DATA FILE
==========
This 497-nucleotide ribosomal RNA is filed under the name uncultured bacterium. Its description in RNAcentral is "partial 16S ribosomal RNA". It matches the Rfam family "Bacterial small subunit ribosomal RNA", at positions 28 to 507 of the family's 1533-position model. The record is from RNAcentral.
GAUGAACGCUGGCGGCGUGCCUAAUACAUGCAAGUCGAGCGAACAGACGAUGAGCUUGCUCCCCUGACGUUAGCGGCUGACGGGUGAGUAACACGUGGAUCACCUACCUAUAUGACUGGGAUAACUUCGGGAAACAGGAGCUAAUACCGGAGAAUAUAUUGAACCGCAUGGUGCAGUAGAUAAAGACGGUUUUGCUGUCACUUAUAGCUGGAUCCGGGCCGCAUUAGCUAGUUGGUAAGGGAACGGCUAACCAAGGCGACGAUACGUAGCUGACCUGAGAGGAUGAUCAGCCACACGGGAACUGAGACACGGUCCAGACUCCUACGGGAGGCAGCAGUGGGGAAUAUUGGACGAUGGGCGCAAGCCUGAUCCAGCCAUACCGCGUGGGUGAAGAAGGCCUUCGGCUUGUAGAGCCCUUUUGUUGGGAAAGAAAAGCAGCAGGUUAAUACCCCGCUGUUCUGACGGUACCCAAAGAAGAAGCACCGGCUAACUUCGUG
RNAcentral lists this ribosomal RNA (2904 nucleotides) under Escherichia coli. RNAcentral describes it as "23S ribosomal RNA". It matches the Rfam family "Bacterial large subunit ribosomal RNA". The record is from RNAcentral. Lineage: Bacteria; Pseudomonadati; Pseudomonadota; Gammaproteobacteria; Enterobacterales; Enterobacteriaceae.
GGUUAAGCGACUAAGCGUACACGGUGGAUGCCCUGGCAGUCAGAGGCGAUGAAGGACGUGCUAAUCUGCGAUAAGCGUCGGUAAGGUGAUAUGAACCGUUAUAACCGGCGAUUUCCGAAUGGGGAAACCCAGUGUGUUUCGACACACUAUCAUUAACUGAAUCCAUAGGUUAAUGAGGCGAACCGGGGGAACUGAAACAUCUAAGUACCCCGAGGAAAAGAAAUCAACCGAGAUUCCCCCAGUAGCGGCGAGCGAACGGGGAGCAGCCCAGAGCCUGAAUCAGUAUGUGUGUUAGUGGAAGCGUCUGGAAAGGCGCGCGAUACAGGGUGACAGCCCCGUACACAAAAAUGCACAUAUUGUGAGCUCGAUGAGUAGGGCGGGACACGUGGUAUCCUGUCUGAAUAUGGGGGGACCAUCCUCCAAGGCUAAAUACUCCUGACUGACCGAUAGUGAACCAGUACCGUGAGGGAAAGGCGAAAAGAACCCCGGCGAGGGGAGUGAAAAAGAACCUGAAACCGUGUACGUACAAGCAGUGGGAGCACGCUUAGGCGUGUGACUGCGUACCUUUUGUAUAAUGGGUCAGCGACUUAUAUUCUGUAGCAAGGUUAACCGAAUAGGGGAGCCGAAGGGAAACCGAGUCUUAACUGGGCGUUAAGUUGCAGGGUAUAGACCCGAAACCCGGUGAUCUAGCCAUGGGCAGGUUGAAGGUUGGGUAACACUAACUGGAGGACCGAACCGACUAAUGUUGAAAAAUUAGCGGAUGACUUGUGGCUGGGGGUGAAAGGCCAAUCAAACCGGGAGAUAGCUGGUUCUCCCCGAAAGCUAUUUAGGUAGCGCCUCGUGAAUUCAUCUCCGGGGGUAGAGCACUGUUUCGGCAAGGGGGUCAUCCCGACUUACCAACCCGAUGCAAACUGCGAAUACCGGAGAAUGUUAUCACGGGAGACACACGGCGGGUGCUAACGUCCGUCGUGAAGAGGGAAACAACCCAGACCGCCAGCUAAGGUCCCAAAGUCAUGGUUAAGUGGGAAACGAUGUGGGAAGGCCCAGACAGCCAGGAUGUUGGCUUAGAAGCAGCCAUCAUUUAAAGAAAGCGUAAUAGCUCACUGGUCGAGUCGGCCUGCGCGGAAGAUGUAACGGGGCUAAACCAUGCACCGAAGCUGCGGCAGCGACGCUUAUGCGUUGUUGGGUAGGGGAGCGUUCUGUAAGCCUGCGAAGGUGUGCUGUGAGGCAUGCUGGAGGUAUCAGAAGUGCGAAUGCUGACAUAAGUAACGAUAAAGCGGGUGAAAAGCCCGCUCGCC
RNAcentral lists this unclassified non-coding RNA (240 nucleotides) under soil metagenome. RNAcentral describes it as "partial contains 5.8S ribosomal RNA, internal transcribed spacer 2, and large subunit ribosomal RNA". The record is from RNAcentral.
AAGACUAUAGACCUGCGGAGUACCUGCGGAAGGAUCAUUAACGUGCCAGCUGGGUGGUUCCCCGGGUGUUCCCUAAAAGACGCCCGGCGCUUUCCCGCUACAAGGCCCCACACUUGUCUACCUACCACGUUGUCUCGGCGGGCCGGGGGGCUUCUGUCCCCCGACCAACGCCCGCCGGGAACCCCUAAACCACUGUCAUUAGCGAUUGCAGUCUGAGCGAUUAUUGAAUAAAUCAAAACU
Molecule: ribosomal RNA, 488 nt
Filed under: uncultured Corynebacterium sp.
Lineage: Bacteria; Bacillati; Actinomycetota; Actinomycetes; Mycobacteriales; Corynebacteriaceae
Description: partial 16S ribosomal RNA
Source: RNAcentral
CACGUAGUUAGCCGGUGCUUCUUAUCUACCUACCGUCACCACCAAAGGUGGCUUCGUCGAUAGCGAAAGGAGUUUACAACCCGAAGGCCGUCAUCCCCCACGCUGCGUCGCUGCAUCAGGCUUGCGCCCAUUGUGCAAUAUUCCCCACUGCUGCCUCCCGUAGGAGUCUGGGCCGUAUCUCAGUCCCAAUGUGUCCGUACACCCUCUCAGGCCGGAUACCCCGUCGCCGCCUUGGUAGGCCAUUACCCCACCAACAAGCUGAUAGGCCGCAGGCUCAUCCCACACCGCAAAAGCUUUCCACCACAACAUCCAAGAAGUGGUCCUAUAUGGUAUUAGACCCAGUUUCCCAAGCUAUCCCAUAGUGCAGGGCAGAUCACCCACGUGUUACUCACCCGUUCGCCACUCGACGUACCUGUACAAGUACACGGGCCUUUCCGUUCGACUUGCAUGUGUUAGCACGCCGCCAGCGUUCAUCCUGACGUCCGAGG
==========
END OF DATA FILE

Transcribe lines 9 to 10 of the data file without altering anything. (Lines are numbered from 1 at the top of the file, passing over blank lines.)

Lineage: Bacteria; Bacillati; Actinomycetota; Actinomycetes; Mycobacteriales; Corynebacteriaceae
Description: partial 16S ribosomal RNA